BISMARCK — Multiple clusters of syphilis have being reported in North Dakota, state health officials said Monday.

The cases of the sexually transmitted disease have cropped up across the state, most recently in Stark and Cass counties, and include infections among pregnant women, the North Dakota Department of Health said Oct. 28.

There have been 27 confirmed reports of syphilis in North Dakota in 2019. Nearly all are women, and of the 25 women infected, seven have been pregnant.

If a pregnant woman is infected with syphilis, it increases the risk of the disease among her newborn infant, specifically a condition called congenital syphilis that can result in malformations or stillbirth.

“Many of these infections among women were found during a routine pregnancy screening,” said Shari Renton, an epidemiologist with the Department of Health, in a news release. “We are urging women who are pregnant to seek prenatal care and receive syphilis testing. Congenital syphilis can be prevented through prompt treatment.”

The number of cases of syphilis have skyrocketed in North Dakota and elsewhere in the U.S. in recent years, since reaching historic lows in 2000-2001. The latest data from the Centers for Disease Control finds that the reported rates of syphilis are the highest they’ve been in 30 years.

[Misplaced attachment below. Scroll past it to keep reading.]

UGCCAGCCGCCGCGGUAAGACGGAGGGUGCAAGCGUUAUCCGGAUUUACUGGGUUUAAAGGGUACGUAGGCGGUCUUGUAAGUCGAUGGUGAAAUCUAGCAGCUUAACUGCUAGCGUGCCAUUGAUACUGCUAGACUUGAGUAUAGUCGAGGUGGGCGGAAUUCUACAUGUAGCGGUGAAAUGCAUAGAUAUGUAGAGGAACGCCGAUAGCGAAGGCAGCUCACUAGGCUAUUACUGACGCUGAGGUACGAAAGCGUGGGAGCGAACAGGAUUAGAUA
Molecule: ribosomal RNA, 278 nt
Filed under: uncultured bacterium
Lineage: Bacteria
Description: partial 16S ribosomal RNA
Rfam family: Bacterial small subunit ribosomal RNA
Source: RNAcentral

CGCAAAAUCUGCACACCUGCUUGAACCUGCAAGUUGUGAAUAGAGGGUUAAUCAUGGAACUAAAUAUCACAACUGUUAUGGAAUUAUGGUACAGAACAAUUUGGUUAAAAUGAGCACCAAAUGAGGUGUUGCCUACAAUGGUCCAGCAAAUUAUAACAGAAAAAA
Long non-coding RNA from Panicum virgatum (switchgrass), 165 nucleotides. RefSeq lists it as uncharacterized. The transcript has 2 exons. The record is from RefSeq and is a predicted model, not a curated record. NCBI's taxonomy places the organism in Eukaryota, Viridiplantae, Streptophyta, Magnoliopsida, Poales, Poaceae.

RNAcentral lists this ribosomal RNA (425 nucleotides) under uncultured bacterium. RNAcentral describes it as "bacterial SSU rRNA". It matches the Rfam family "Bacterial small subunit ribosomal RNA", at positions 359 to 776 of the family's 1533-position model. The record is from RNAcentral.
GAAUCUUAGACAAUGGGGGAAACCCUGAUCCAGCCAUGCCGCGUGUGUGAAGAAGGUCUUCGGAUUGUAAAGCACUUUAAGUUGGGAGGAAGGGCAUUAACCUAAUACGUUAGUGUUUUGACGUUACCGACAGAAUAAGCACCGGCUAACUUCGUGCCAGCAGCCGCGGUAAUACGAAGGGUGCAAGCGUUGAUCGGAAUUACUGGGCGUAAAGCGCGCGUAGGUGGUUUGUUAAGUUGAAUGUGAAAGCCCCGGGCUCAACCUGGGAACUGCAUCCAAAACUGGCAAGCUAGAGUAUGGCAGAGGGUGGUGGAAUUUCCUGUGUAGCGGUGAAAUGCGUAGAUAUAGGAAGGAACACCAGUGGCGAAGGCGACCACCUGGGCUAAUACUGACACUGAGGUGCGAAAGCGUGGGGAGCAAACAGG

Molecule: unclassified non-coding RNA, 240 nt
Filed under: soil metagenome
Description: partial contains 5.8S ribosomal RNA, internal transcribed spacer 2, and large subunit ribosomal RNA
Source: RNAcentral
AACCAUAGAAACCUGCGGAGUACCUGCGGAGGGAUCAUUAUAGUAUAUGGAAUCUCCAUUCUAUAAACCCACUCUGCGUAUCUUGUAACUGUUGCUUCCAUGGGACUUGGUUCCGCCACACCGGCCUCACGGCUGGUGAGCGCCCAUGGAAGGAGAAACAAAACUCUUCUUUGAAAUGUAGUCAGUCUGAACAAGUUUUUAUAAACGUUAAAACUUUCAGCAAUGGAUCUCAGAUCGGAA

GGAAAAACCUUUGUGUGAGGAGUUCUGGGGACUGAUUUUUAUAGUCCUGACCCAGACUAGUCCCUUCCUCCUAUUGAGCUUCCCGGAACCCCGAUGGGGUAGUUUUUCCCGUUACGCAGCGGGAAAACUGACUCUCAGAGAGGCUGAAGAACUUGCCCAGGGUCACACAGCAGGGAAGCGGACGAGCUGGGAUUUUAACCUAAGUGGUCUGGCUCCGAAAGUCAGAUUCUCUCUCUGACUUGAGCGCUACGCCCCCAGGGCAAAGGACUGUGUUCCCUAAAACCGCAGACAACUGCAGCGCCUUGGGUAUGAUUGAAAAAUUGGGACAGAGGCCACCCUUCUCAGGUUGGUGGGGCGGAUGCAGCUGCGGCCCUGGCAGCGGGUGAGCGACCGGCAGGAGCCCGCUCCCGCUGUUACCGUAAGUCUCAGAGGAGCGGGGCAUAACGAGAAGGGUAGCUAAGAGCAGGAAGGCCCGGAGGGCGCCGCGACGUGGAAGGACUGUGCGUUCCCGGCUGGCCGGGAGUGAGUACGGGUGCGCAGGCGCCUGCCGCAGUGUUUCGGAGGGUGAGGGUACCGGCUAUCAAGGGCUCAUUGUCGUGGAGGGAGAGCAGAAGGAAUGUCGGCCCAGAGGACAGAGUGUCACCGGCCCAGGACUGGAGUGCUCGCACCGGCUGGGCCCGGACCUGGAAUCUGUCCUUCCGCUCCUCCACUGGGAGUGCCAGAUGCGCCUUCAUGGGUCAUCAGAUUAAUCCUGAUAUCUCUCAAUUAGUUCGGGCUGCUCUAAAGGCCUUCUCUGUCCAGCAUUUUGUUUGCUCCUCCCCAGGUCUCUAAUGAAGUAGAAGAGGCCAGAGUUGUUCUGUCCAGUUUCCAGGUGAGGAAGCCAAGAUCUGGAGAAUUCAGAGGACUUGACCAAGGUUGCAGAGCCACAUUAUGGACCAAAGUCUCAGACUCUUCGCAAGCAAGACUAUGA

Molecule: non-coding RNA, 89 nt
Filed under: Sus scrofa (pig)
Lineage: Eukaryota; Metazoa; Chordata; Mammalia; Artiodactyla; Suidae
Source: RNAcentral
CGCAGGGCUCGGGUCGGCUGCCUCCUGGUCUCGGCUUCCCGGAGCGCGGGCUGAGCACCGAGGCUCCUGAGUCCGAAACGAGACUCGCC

State health officials are encouraging sexually active women of childbearing age, or between 14-50 years, and their sex partners get tested for syphilis and other STDs.

Syphilis can be transmitted through unprotected oral, anal or vaginal sex and if left untreated can lead to blindness, brain damage, heart problems or even death, health officials say. Illicit drug use, primarily methamphetamine, is a growing risk factor for causing syphilis infections because it promotes risky sexual behavior, officials say.

For questions or more information, contact the state Department of Health’s STD program at 701-328-2378 or 800-472-2180, or go online to ndhealth.gov/std. To take the state Department of Health survey to help identify STD risk, visit ndhealth.gov/hiv/knowyourrisk/.

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